Thursday, March 29, 2007


Gulf Coast devastation; Housing project; Samuel relocates.

Hurricane Katrina is gone, but still this month we are struggling on the Gulf Coast: struggling with devastated homes, devastated lives, and turbulent times. Please continue to pray for us.
Hurricane Katrina was the most costly hurricane in the history of the United States, causing devastation along much of the central Gulf Coast of the United States. Due to its sheer size, it devastated the Gulf Coast as far as 100 miles from the storm's center. At least 1,836 people lost their lives in Hurricane Katrina and in the subsequent floods, making it the deadliest U.S. hurricane since 1928. The storm is estimated to have been responsible for 81 billion dollars in damage, making it the costliest natural disaster in U.S. history. Most prominent were the catastrophic effects on the city of New Orleans and in coastal Mississippi.

It formed in the Atlantic on August 23, 2005, crossing southern Florida before strengthening rapidly in the Gulf of Mexico to become one of the strongest hurricanes on record while at sea. The storm weakened before making its second and third landfalls on the morning of August 29, first in southeast Louisiana and then at the Louisiana-Mississippi state line.

Katrina's powerful right-front quadrant entered the west and central Mississippi coast, bringing with it a powerful ‘storm surge’ of water up to 27 feet above sea level, causing catastrophic damage to Mobile, Alabama; Slidell, Louisiana; and the Mississippi Gulf Coast cities of Waveland, Bay St. Louis, Pass Christian, Gulfport, and Biloxi. Rebuilding has begun in many areas, but today, a year and a half after the storm, a tour of the devastated area still impacts the visitor with shock and awe.

At the current site of God’s Katrina Kitchen in Gulfport, dozens of shipping containers were flung from the port into coastal residences. A huge red sea barge pulverized an entire community of motels and rental housing, coming to rest a block north of the coast highway among modest single family homes.

Housing on the Gulf Coast remains a critical shortage item, especially rental housing. This picture shows the devastation where the sea barge ravaged a 120-unit complex of modest rental units on Camp Avenue. One of the concrete-block apartment buildings (right center of the photo), was narrowly missed by the barge. There is little likelihood that affordable housing will be rebuilt on this prime land adjoining the beach.

Today, a year and a half later, the apartment building has been put into use by God’s Katrina Kitchen for storage and short-term bunk housing. But along Camp Avenue, many of the modest houses were severely damage by the storm and remain in disrepair.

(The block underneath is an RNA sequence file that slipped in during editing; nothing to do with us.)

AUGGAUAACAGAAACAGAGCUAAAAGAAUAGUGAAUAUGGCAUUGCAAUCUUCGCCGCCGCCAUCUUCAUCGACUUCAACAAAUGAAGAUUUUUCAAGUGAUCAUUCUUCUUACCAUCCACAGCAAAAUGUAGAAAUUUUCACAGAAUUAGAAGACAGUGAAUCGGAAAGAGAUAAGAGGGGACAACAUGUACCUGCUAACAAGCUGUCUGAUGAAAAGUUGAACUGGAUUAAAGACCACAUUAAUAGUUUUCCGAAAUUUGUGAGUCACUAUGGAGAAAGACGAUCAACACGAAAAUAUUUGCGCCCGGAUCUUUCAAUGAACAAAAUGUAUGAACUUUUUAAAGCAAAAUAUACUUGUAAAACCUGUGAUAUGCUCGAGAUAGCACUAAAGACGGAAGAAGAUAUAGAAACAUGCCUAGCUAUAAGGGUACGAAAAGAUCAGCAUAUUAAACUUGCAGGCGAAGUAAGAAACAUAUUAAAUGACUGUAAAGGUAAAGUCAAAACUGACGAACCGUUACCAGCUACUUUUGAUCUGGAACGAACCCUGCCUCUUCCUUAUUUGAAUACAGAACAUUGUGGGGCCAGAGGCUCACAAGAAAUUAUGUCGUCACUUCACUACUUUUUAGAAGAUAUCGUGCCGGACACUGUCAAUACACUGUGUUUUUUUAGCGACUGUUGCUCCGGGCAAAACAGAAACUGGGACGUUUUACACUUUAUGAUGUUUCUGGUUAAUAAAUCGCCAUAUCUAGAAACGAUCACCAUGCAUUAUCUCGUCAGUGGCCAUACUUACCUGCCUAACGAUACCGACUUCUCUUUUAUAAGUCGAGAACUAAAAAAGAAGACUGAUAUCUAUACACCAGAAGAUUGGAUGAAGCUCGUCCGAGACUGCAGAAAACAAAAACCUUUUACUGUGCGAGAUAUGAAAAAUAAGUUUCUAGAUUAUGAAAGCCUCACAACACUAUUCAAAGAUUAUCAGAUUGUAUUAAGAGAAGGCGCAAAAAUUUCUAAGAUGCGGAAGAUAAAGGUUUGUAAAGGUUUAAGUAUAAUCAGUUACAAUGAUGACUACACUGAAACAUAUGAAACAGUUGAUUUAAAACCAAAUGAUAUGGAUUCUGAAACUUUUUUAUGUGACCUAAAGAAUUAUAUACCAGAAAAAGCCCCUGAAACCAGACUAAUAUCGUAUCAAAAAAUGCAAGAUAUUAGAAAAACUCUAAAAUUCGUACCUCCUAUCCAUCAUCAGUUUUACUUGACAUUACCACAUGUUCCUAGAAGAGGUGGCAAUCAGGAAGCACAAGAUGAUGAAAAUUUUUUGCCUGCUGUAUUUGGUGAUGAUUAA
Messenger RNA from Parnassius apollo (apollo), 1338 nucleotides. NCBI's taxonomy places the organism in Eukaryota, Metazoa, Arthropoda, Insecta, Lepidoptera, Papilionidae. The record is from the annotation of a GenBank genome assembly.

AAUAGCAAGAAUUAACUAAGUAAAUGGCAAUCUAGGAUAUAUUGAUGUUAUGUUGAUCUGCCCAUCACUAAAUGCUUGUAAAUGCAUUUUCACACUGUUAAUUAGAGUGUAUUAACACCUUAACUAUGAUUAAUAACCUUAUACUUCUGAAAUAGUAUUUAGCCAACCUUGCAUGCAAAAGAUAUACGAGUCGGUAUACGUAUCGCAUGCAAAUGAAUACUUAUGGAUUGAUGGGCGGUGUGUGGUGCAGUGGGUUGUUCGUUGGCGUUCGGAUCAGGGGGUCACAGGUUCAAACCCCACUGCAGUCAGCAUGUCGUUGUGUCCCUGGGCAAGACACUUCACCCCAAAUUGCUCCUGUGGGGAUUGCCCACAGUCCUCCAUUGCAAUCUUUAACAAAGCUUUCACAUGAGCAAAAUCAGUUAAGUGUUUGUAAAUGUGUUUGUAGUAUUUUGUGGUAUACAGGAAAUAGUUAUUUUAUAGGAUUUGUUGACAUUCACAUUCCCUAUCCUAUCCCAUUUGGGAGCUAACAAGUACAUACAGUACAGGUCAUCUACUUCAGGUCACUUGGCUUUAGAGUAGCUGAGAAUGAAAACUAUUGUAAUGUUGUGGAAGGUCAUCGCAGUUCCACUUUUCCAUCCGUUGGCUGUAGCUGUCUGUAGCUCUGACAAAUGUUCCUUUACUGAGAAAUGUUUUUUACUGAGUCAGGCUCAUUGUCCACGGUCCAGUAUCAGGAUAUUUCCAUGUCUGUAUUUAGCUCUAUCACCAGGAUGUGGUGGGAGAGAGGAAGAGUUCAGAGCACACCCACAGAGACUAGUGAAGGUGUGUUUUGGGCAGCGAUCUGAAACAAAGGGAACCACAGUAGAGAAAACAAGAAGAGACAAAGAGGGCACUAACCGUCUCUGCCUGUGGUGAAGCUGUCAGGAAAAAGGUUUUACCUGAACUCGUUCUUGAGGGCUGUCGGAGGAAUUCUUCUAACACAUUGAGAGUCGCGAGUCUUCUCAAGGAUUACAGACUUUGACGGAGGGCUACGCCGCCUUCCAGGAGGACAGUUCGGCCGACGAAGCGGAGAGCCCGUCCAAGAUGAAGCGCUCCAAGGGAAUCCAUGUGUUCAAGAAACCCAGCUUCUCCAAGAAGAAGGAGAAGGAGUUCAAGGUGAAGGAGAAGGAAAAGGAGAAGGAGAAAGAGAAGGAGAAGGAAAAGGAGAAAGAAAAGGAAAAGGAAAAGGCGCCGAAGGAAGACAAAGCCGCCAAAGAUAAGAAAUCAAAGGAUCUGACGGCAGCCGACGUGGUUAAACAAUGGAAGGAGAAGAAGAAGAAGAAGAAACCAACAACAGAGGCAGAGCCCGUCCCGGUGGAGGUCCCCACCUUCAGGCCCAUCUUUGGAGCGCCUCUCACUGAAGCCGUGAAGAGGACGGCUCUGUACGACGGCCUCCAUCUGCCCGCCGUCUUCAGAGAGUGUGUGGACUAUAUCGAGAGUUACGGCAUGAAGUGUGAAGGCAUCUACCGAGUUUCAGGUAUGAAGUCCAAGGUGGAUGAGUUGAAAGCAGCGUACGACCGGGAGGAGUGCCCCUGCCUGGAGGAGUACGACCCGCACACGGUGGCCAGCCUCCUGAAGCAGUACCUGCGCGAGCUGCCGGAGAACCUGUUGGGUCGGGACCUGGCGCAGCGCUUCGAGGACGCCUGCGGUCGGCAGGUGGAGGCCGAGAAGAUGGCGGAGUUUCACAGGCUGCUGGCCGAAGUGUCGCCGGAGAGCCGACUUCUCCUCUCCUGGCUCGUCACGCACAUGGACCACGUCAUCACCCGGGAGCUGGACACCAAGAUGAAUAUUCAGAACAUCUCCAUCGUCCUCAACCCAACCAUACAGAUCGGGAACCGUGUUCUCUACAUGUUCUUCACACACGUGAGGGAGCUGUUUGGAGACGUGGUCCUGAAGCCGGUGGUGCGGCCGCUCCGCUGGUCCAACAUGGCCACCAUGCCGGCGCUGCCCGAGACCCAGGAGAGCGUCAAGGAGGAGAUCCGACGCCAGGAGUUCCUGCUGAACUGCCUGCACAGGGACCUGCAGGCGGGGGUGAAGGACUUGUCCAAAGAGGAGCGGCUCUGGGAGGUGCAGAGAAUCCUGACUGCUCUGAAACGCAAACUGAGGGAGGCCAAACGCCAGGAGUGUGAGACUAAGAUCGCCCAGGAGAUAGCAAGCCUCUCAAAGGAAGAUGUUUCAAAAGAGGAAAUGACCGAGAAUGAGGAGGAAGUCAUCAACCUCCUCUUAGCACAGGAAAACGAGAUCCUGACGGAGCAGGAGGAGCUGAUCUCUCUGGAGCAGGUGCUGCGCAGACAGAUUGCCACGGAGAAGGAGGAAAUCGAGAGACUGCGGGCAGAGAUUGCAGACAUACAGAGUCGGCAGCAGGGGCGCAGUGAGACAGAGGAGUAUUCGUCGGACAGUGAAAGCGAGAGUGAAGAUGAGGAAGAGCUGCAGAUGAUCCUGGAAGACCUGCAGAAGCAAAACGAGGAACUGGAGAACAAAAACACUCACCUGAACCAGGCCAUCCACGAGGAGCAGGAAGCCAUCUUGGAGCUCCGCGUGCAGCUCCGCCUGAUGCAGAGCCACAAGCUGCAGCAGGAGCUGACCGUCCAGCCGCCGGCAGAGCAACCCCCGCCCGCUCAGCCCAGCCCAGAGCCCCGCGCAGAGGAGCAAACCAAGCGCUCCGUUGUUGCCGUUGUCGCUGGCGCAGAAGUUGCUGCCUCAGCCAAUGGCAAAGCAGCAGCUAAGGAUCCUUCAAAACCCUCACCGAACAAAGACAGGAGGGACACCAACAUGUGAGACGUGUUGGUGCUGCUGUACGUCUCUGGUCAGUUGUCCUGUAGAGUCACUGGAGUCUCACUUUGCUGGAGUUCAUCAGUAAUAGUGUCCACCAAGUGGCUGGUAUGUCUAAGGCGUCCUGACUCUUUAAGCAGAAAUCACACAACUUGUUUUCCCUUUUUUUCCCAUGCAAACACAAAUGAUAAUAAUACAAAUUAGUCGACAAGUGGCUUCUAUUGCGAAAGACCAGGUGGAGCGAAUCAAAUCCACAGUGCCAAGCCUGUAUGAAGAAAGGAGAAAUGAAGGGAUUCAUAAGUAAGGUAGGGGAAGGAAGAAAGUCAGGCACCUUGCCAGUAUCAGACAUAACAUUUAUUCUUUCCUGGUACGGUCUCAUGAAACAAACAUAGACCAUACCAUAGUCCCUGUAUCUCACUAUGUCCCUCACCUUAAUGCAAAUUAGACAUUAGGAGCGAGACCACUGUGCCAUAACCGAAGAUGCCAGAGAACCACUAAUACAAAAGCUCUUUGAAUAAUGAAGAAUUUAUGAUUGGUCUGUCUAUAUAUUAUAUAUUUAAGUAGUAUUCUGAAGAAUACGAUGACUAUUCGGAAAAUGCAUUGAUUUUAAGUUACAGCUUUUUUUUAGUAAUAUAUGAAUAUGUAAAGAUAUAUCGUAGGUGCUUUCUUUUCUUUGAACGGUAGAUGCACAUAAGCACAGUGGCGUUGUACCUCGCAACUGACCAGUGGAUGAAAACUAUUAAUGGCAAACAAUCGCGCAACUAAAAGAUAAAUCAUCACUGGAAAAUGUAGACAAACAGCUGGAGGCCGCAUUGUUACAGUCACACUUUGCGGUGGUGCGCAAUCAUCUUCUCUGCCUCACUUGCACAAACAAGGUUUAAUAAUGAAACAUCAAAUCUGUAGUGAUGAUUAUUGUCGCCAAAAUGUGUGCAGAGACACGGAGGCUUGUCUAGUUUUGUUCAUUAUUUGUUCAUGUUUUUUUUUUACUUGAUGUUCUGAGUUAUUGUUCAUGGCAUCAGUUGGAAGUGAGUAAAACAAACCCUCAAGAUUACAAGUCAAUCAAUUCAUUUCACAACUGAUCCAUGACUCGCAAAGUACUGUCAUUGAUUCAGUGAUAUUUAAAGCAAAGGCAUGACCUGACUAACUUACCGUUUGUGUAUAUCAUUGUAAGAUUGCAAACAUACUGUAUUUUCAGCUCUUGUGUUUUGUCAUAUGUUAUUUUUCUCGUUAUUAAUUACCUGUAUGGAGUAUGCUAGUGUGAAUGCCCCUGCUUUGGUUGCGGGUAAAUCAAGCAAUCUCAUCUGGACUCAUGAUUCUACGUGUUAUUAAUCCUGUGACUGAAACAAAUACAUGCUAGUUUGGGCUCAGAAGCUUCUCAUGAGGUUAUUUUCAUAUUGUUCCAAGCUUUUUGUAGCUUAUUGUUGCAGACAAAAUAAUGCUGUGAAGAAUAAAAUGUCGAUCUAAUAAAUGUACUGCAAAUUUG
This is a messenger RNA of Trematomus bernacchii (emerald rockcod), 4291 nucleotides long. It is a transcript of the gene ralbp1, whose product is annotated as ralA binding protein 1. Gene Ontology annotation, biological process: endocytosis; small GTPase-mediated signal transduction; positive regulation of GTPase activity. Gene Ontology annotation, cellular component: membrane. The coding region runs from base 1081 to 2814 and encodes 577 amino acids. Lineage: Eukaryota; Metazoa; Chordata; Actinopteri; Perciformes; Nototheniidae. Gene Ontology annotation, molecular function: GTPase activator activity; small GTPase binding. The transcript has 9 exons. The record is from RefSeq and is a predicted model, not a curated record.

The first house, which can be seen in this second picture, is a total wreck. The owner of the second house is repairing it in his spare time and has brought it to almost a habitable condition. As of last week, the third house remained in the same condition that Katrina left it: everything inside tossed about by the water from the storm surge. But this week the owner’s daughter gave the Kitchen clearance to send in a volunteer team to clean and gut out the house. The fourth house is being repaired part-time by the owner, the fifth is ready for insulation and drywall, and the sixth has had no repairs as of yet.

On the left side of the street, the first house is being rebuilt from scratch, while three out of the next four (a duplex) sit in disrepair. The owners of these houses are often octogenarians or older, living with kin and flummoxed as to what to do with the beloved but ruined household property where they raised their families.

Church Army Housing Project: We are continuing our quest for housing to provide a sober living home for those who complete the first phase of our Spiritual Transformation program. Since rental housing is in such short supply, we would prefer to restore one of the hundreds of Katrina-ruined homes sitting vacant all around us, and use the "sweat equity" to inspire our workers and help pay for the rent. Here on Camp Avenue we have been talking with the owners of the fifth and sixth houses on the right and the duplex on the left, and we have been preparing estimates for the cost of the repairs, with a view toward leasing the restored housing.

With the help of Church Army USA leadership, we have sketched the outlines of a potential funding plan, and hope to present a proposal by next month. Please pray for the Spirit to guide us into the right house, the right plan, and those donors that God has already prepared in advance to provide this blessing for the hurting people of the Gulf Coast.